Montague Rhodes James, who used the publication name M. R. James, was an English mediaeval scholar and provost of King's College, Cambridge (1905–1918), and of Eton College (1918–1936). He is best remembered for his ghost stories. In his stories, James's protagonists and plots tend to reflect his own antiquarian interests. Among the "antiquarian ghost stories", there is the "Casting the Runes"
"One chapter in particular struck me, in which he (Karswell) spoke of "casting the Runes" on people, either for the purpose of gaining their affection or of getting them out of the way--perhaps more especially the latter: he spoke of all this in a way that really seemed to me to imply actual knowledge. ...
By way of answer, Dunning had the episode in the Manuscript Room at the British Museum to relate. 'Then he did actually hand you some papers; have you examined them? No? because we must, if you'll allow it, look at them at once, and very carefully.'
They went to the still empty house--empty, for the two servants were not yet able to return to work. Dunning's portfolio of papers was gathering dust on the writing-table. In it were the quires of small-sized scribbling paper which he used for his transcripts: and from one of these, as he took it up, there slipped and fluttered out into the room with uncanny quickness, a strip of thin light paper. The window was open, but Harrington slammed it to, just in time to intercept the paper, which he caught. 'I thought so,' he said; 'it might be the identical thing that was given to my brother. You'll have to look out, Dunning; this may mean something quite serious for you.'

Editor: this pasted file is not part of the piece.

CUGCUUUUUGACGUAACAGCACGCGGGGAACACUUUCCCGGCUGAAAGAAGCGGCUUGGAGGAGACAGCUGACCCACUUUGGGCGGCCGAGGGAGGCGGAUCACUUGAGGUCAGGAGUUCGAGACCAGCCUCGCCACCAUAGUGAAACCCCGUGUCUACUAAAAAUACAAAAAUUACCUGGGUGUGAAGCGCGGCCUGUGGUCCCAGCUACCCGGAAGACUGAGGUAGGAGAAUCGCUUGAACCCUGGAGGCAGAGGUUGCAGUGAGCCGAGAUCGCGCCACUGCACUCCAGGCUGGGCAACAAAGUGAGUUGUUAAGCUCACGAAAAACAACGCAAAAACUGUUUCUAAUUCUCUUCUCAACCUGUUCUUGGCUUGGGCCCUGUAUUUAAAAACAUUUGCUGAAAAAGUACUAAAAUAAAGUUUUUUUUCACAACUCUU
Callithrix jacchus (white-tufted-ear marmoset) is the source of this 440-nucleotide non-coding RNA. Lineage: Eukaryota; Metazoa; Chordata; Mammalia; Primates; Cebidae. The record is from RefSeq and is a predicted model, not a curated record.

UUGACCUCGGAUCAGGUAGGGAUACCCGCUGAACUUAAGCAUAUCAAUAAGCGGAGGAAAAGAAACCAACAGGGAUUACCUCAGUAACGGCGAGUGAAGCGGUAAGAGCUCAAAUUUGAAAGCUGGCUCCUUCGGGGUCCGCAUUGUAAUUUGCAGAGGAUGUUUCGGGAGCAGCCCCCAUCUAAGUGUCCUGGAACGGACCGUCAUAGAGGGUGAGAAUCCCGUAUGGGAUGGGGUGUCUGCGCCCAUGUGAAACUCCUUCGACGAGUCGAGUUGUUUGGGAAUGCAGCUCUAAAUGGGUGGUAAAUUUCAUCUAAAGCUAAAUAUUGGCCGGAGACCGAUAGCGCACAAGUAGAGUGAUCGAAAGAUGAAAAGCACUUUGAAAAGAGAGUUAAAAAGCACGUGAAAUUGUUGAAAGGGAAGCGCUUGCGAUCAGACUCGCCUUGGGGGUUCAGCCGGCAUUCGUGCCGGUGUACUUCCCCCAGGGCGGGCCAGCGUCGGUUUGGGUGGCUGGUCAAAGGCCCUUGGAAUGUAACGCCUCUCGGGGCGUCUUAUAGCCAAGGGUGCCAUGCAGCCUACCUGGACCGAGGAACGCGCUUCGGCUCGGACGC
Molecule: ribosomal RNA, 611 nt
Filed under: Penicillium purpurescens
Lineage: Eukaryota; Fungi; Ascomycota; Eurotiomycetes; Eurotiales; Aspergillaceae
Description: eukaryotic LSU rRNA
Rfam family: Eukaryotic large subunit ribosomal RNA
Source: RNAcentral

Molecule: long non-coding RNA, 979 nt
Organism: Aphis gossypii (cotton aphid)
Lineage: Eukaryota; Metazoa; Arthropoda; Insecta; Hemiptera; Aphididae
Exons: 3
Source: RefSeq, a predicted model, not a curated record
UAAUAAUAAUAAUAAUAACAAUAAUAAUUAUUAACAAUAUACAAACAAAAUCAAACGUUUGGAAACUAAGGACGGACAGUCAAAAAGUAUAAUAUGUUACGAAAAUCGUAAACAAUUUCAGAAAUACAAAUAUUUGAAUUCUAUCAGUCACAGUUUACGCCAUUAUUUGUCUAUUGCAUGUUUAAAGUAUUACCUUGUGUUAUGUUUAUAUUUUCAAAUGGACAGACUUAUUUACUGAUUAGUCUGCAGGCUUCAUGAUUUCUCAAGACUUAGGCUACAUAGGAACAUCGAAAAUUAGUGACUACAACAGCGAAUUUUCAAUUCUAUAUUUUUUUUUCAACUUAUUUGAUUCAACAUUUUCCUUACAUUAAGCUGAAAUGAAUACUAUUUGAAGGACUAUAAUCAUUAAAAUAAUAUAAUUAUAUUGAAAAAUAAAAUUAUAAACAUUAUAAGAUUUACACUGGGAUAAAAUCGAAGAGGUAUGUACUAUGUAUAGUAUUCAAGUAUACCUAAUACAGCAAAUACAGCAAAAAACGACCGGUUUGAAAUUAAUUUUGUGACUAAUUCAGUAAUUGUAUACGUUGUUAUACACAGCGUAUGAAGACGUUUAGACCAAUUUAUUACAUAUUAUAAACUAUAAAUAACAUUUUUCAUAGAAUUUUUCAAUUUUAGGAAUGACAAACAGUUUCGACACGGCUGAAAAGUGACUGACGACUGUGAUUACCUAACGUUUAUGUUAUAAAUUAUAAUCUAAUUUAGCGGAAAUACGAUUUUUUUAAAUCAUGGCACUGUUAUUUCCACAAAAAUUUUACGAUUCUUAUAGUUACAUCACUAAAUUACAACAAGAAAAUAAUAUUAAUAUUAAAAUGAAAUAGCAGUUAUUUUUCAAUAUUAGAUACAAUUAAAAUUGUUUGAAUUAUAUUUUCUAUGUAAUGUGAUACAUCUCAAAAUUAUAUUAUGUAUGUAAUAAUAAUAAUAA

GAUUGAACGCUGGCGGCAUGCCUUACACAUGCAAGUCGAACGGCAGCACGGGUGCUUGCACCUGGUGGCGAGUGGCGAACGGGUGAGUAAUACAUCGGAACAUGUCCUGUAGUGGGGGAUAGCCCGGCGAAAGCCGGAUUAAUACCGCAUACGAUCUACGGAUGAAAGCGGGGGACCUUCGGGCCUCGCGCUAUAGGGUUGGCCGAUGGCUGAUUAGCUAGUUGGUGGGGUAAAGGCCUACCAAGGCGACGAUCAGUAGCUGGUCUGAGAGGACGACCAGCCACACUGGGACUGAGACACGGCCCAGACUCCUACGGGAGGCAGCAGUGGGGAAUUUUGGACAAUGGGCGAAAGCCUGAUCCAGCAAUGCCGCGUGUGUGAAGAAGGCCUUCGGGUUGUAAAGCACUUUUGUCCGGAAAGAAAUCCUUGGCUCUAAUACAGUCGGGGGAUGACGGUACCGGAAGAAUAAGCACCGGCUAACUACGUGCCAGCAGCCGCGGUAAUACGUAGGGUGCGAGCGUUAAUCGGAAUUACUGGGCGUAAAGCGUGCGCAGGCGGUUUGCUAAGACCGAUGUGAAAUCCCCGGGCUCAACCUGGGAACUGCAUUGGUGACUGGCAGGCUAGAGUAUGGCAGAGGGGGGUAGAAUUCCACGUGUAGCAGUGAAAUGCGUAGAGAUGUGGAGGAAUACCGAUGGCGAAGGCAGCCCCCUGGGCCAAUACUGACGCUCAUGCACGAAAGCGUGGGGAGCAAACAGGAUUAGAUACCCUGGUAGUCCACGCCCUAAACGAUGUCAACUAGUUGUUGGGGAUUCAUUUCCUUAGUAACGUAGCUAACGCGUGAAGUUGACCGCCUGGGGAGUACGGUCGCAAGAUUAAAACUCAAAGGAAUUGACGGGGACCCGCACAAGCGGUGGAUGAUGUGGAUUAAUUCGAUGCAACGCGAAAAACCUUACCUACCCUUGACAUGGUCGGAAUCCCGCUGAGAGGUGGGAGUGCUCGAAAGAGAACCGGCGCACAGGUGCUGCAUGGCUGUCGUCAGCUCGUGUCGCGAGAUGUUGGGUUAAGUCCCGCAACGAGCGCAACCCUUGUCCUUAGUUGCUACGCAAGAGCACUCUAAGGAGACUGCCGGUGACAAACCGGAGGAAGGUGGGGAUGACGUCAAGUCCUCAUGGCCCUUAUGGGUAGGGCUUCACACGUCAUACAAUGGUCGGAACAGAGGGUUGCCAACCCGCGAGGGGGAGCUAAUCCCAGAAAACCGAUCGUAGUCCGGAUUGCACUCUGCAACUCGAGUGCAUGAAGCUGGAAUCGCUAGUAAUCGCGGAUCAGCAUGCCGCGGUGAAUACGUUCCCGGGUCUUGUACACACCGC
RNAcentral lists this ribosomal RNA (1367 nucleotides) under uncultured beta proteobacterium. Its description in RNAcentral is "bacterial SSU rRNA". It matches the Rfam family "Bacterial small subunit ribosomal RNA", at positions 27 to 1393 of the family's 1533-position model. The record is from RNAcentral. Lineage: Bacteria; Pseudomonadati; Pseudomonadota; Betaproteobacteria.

A long consultation took place. The paper was narrowly examined. As Harrington had said, the characters on it were more like Runes than anything else, but not decipherable by either man, and both hesitated to copy them, for fear, as they confessed, of perpetuating whatever evil purpose they might conceal. So it has remained impossible to ascertain what was conveyed in this curious message or commission. Both Dunning and Harrington are firmly convinced that it had the effect of bringing its possessors into very undesirable company. That it must be returned to the source whence it came they were agreed, and further, that the only safe and certain way was that of personal service; and here contrivance would be necessary, for Dunning was known by sight to Karswell. ...".